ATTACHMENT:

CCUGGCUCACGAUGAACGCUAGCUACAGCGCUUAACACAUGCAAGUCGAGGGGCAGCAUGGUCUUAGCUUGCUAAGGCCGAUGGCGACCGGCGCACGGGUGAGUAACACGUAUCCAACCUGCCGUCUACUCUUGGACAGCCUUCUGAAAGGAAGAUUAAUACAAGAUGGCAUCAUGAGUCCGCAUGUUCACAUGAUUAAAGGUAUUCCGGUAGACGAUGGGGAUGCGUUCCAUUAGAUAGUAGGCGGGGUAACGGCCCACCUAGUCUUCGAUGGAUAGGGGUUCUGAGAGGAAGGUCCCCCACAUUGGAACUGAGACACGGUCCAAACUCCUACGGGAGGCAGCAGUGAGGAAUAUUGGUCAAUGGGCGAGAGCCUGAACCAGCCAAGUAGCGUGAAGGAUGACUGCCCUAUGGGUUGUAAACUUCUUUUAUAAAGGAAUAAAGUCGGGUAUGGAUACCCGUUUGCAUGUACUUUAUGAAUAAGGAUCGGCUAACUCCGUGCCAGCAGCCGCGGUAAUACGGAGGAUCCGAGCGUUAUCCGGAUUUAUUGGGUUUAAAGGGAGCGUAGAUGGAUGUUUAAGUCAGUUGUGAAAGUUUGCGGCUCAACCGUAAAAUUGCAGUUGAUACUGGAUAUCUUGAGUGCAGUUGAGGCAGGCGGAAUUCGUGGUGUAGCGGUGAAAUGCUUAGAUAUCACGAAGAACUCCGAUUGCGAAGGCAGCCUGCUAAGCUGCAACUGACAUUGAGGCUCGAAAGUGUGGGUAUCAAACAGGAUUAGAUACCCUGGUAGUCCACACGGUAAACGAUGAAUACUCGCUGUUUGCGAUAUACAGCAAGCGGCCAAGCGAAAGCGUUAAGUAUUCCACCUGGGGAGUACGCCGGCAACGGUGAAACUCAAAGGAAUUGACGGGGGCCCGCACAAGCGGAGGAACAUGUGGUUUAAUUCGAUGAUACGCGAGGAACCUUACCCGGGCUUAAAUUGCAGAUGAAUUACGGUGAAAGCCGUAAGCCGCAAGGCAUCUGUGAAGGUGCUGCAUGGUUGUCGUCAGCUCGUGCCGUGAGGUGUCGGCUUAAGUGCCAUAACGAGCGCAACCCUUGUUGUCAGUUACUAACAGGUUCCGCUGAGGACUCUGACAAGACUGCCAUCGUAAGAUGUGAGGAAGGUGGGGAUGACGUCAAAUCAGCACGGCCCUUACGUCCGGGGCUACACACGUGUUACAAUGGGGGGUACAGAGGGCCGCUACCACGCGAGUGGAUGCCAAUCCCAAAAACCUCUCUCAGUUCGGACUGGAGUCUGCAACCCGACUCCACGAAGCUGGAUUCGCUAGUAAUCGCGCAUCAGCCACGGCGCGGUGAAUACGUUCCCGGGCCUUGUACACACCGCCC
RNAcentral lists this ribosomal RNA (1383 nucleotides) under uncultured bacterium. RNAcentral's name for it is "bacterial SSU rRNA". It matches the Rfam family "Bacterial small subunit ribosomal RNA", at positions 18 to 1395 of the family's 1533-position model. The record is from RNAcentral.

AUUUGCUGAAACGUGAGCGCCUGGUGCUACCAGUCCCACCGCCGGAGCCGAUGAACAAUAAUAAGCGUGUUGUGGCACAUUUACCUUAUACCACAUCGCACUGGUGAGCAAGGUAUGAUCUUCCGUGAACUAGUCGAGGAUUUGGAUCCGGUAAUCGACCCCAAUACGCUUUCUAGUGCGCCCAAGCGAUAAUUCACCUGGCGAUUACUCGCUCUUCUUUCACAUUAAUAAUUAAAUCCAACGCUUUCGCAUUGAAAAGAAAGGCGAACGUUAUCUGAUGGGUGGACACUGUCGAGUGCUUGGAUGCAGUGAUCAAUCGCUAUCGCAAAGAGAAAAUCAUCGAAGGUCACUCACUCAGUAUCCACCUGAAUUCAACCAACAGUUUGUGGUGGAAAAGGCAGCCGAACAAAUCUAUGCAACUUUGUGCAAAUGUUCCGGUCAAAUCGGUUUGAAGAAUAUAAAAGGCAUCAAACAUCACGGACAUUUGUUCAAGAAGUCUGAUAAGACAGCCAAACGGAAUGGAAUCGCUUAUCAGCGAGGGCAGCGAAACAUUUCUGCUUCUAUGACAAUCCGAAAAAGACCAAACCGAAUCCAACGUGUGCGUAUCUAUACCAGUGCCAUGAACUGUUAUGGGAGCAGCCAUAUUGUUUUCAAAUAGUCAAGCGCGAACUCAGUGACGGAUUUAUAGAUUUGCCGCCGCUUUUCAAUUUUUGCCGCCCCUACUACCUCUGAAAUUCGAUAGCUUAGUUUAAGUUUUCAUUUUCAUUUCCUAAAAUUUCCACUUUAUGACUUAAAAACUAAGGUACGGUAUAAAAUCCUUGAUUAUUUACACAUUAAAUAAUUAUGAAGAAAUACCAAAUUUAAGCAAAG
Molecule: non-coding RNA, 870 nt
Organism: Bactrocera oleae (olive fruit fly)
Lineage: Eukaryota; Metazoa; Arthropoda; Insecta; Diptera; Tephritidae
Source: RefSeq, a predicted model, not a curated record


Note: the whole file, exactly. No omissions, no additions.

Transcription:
CCUGGCUCACGAUGAACGCUAGCUACAGCGCUUAACACAUGCAAGUCGAGGGGCAGCAUGGUCUUAGCUUGCUAAGGCCGAUGGCGACCGGCGCACGGGUGAGUAACACGUAUCCAACCUGCCGUCUACUCUUGGACAGCCUUCUGAAAGGAAGAUUAAUACAAGAUGGCAUCAUGAGUCCGCAUGUUCACAUGAUUAAAGGUAUUCCGGUAGACGAUGGGGAUGCGUUCCAUUAGAUAGUAGGCGGGGUAACGGCCCACCUAGUCUUCGAUGGAUAGGGGUUCUGAGAGGAAGGUCCCCCACAUUGGAACUGAGACACGGUCCAAACUCCUACGGGAGGCAGCAGUGAGGAAUAUUGGUCAAUGGGCGAGAGCCUGAACCAGCCAAGUAGCGUGAAGGAUGACUGCCCUAUGGGUUGUAAACUUCUUUUAUAAAGGAAUAAAGUCGGGUAUGGAUACCCGUUUGCAUGUACUUUAUGAAUAAGGAUCGGCUAACUCCGUGCCAGCAGCCGCGGUAAUACGGAGGAUCCGAGCGUUAUCCGGAUUUAUUGGGUUUAAAGGGAGCGUAGAUGGAUGUUUAAGUCAGUUGUGAAAGUUUGCGGCUCAACCGUAAAAUUGCAGUUGAUACUGGAUAUCUUGAGUGCAGUUGAGGCAGGCGGAAUUCGUGGUGUAGCGGUGAAAUGCUUAGAUAUCACGAAGAACUCCGAUUGCGAAGGCAGCCUGCUAAGCUGCAACUGACAUUGAGGCUCGAAAGUGUGGGUAUCAAACAGGAUUAGAUACCCUGGUAGUCCACACGGUAAACGAUGAAUACUCGCUGUUUGCGAUAUACAGCAAGCGGCCAAGCGAAAGCGUUAAGUAUUCCACCUGGGGAGUACGCCGGCAACGGUGAAACUCAAAGGAAUUGACGGGGGCCCGCACAAGCGGAGGAACAUGUGGUUUAAUUCGAUGAUACGCGAGGAACCUUACCCGGGCUUAAAUUGCAGAUGAAUUACGGUGAAAGCCGUAAGCCGCAAGGCAUCUGUGAAGGUGCUGCAUGGUUGUCGUCAGCUCGUGCCGUGAGGUGUCGGCUUAAGUGCCAUAACGAGCGCAACCCUUGUUGUCAGUUACUAACAGGUUCCGCUGAGGACUCUGACAAGACUGCCAUCGUAAGAUGUGAGGAAGGUGGGGAUGACGUCAAAUCAGCACGGCCCUUACGUCCGGGGCUACACACGUGUUACAAUGGGGGGUACAGAGGGCCGCUACCACGCGAGUGGAUGCCAAUCCCAAAAACCUCUCUCAGUUCGGACUGGAGUCUGCAACCCGACUCCACGAAGCUGGAUUCGCUAGUAAUCGCGCAUCAGCCACGGCGCGGUGAAUACGUUCCCGGGCCUUGUACACACCGCCC
RNAcentral lists this ribosomal RNA (1383 nucleotides) under uncultured bacterium. RNAcentral's name for it is "bacterial SSU rRNA". It matches the Rfam family "Bacterial small subunit ribosomal RNA", at positions 18 to 1395 of the family's 1533-position model. The record is from RNAcentral.

AUUUGCUGAAACGUGAGCGCCUGGUGCUACCAGUCCCACCGCCGGAGCCGAUGAACAAUAAUAAGCGUGUUGUGGCACAUUUACCUUAUACCACAUCGCACUGGUGAGCAAGGUAUGAUCUUCCGUGAACUAGUCGAGGAUUUGGAUCCGGUAAUCGACCCCAAUACGCUUUCUAGUGCGCCCAAGCGAUAAUUCACCUGGCGAUUACUCGCUCUUCUUUCACAUUAAUAAUUAAAUCCAACGCUUUCGCAUUGAAAAGAAAGGCGAACGUUAUCUGAUGGGUGGACACUGUCGAGUGCUUGGAUGCAGUGAUCAAUCGCUAUCGCAAAGAGAAAAUCAUCGAAGGUCACUCACUCAGUAUCCACCUGAAUUCAACCAACAGUUUGUGGUGGAAAAGGCAGCCGAACAAAUCUAUGCAACUUUGUGCAAAUGUUCCGGUCAAAUCGGUUUGAAGAAUAUAAAAGGCAUCAAACAUCACGGACAUUUGUUCAAGAAGUCUGAUAAGACAGCCAAACGGAAUGGAAUCGCUUAUCAGCGAGGGCAGCGAAACAUUUCUGCUUCUAUGACAAUCCGAAAAAGACCAAACCGAAUCCAACGUGUGCGUAUCUAUACCAGUGCCAUGAACUGUUAUGGGAGCAGCCAUAUUGUUUUCAAAUAGUCAAGCGCGAACUCAGUGACGGAUUUAUAGAUUUGCCGCCGCUUUUCAAUUUUUGCCGCCCCUACUACCUCUGAAAUUCGAUAGCUUAGUUUAAGUUUUCAUUUUCAUUUCCUAAAAUUUCCACUUUAUGACUUAAAAACUAAGGUACGGUAUAAAAUCCUUGAUUAUUUACACAUUAAAUAAUUAUGAAGAAAUACCAAAUUUAAGCAAAG
Molecule: non-coding RNA, 870 nt
Organism: Bactrocera oleae (olive fruit fly)
Lineage: Eukaryota; Metazoa; Arthropoda; Insecta; Diptera; Tephritidae
Source: RefSeq, a predicted model, not a curated record